Sophie Wright meets the cast and crew of the upcoming professional production hosted by the Assembly Rooms Theatre.

I know very little about Jesus Hopped the ‘A’ Train; when I sat down to interview the cast and creatives of Elysium Theatre’s upcoming production, the first thing I asked for was a brief synopsis. “I don’t want to say it’s just about one person,” cast member Danny Solomon says, before expanding on the plot. It was a simple throwaway comment, but after meeting with the members of the production I feel as though it succinctly summarizes the show.


Written by American playwright Stephen Adly Guirgis, Jesus Hopped the ‘A’ Train is set in the notorious Riker Island prison in 1998, New York. A young man incarcerated for shooting a cult leader in the backside, and a serial killer who found spiritual forgiveness, meet in adjacent cages on the roof of the prison. The play sprawls into a contemporary tale of imprisonment, religion, society, murder, humour and redemption – all achieved through the tangible struggles and conflicts of the characters themselves.


First produced off-Broadway in 2000, the show’s exploration of America’s criminal justice landscape remains pertinent today. “The American prison system’s not changing,” says cast member Garth Williams – which isn’t exactly true, statistically. Estimates suggest that 2.2 million people are incarcerated in the US, with the number having increased by more than 500% in the last 40 years.


And it’s no coincidence that the two main characters are men of colour. More than 60% of people in prison are non-white individuals. While racial issues are not the main focus of Jesus, it cannot be escaped, as Faz Singhateh learnt while researching the role of Lucius. “There’s a line,” he says, “that ‘no one started paying attention until I started killing white people’.” The character of Lucius takes its inspiration from historical events like the Long Island serial murders or the Atlanta child murders, where people of colour became victims through a law that intervened too late. “Serial killers,” Singhateh goes on, “their success is bound in their normality. It’s so easy to be a serial killer in America.”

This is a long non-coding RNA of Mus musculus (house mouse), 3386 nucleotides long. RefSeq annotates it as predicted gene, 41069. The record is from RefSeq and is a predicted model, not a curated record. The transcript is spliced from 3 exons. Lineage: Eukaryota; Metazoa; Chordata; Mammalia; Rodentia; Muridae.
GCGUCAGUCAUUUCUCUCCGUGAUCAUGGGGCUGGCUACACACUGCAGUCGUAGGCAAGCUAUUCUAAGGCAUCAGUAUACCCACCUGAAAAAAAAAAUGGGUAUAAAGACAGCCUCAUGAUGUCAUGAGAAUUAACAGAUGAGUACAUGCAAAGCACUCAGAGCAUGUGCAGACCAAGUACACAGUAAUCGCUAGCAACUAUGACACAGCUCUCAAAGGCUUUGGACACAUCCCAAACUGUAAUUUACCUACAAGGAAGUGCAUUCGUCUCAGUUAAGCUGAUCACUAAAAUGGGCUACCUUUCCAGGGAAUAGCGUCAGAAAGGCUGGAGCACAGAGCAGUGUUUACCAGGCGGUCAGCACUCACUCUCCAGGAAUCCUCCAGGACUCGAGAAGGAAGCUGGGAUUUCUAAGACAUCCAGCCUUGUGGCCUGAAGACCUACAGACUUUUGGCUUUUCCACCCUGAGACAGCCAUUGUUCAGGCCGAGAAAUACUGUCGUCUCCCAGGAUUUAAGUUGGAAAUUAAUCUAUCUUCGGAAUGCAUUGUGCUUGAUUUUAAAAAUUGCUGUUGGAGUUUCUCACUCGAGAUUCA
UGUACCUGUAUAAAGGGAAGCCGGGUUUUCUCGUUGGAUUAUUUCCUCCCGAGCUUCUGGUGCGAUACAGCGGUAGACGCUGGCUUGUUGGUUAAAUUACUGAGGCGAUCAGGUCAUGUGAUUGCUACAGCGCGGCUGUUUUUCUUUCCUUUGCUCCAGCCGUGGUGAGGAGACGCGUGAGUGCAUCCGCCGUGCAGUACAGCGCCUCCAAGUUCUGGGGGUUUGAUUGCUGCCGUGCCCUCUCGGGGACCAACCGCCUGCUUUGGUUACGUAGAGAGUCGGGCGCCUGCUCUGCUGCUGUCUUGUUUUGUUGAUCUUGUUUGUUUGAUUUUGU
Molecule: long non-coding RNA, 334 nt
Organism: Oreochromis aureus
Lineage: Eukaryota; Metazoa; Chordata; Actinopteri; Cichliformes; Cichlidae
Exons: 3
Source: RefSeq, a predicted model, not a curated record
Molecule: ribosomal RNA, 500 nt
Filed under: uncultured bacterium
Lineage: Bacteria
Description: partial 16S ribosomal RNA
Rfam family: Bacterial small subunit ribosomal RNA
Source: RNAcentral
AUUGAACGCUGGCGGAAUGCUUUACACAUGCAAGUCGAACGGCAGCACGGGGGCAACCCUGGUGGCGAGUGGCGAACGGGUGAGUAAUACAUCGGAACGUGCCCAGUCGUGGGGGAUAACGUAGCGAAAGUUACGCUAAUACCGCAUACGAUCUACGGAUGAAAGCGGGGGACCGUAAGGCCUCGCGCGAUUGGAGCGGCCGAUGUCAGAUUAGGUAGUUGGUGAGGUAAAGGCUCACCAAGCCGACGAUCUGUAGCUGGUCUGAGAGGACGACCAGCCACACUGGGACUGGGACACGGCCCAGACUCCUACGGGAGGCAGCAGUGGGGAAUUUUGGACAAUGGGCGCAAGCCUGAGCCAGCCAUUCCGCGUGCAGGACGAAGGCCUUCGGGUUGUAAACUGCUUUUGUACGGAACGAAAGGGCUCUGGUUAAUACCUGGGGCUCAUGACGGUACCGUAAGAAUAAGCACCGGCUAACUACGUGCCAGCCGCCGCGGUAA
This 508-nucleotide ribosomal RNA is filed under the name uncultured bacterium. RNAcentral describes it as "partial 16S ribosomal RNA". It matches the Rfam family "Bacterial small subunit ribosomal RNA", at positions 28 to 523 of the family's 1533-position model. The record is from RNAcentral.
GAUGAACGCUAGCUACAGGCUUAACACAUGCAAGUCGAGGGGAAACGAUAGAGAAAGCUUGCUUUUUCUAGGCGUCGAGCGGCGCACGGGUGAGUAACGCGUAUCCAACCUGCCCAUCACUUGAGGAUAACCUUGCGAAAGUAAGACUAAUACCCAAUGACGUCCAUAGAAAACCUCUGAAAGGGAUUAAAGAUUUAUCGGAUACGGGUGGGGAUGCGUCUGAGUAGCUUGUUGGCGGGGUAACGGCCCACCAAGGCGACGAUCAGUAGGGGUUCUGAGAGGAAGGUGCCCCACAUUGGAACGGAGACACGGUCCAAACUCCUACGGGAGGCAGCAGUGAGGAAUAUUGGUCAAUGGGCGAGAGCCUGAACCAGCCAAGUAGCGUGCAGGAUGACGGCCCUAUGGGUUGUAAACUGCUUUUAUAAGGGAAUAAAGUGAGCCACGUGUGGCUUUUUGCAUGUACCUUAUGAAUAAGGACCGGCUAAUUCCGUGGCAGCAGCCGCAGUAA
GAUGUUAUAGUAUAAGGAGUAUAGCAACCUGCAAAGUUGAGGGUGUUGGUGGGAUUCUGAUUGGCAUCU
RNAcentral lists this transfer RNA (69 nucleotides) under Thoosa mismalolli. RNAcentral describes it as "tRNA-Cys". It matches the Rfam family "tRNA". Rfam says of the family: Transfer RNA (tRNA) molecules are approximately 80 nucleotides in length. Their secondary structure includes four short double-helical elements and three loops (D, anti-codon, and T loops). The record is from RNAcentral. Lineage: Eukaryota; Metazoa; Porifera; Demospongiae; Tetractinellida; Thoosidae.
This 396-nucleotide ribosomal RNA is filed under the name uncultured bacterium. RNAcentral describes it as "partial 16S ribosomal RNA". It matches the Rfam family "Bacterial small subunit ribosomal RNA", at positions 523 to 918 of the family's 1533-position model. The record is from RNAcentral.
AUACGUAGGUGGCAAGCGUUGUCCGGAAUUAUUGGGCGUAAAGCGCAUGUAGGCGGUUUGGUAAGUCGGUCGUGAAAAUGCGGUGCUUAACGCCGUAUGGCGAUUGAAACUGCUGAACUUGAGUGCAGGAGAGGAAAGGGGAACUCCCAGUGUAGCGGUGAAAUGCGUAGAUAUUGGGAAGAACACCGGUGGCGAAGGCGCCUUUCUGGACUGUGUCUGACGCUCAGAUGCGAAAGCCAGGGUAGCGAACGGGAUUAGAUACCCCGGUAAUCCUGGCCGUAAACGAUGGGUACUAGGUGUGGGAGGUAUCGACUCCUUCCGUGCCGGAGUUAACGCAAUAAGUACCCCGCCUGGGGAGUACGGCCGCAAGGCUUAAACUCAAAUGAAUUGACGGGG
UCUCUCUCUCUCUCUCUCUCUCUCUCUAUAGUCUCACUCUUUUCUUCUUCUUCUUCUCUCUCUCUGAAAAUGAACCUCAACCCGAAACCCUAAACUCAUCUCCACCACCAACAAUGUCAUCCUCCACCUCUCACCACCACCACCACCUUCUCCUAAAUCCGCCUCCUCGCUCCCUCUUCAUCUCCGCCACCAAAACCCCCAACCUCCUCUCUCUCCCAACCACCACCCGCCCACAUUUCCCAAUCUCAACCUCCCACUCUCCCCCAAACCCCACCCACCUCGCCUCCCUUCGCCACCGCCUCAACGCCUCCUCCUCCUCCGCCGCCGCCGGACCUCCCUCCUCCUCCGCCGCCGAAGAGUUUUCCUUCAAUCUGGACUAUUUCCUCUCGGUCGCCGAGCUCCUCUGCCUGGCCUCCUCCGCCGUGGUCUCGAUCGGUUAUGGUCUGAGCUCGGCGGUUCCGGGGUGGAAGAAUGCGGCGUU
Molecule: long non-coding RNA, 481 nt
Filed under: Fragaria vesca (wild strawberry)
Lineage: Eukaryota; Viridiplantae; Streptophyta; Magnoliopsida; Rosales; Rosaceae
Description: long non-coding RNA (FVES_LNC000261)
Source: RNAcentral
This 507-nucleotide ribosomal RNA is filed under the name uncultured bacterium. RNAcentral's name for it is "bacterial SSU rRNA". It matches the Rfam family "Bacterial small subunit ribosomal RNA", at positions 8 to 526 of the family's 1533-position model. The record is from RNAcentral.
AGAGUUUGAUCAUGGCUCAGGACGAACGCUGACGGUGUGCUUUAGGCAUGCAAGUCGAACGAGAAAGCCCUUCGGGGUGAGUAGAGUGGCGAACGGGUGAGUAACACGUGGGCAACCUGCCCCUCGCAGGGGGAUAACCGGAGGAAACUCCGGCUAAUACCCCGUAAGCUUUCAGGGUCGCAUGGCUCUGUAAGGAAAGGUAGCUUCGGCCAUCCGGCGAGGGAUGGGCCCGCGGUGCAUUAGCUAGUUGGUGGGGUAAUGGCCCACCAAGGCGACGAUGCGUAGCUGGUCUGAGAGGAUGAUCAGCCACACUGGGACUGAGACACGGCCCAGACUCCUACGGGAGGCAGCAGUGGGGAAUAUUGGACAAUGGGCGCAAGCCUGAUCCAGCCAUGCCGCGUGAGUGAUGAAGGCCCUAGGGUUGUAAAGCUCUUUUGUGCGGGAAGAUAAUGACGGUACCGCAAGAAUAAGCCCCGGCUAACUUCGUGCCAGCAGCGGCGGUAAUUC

But Jesus Hopped the ‘A’ Train raises larger, more universal questions that a Durham audience will appreciate beyond a closer look at American social politics. “It raises questions about ethics,” says Solomon. “All these characters have their own stories that come across as very valid at times.”  Cast member Alice Bryony-Frankham agrees: “these are real characters, real people, even if they seem like caricatures to begin with.” The way in which the people presented on stage have their stories fleshed out moves beyond researching inspiration in the real world; Guirgis’ script “gives you everything you need,” says Alastair Gillies. It’s “extraordinarily visceral”, asking questions like ‘what does God forgive’, ‘how do you stand by what you believe in’, ‘how can the criminal justice system reflect human morality’.


This production of Jesus fits Elysium Theatre’s drive to show Durham and North East audiences shows they’ve never previously seen. “It’s never been done outside of London [within the UK],” says Jake Murray, director of Jesus and founding member of Elysium Theatre. “It’s very electric,” he continues, a fast-paced script with incredible moments of chemistry between characters, making it the perfect piece of theatre to continue towards Elysium’s core ensemble. By creating a collective of individuals who have chosen to work together, audiences can witness simultaneously comfortable and fascinating dynamics between characters, while the actors can try and test new and unexpected parts. “You have this feeling of trust,” Murray says, which I sense is integral to executing Jesus Hopped the ‘A’ Train.


Current themes, action-packed script, social issues, discussions of morality, and a theatre company creating a slick and tight core apparatus – this production has it all. An incredible opportunity to see an amazing piece of theatre at The Assembly Rooms Theatre, this should not be missed. “The most exciting piece of theatre you’ll ever see,” says Murray – and I’m very inclined to believe him.


Jesus Hopped the ‘A’ Train will be playing in the Assembly Rooms Theatre at 7:30pm on Monday 14th May.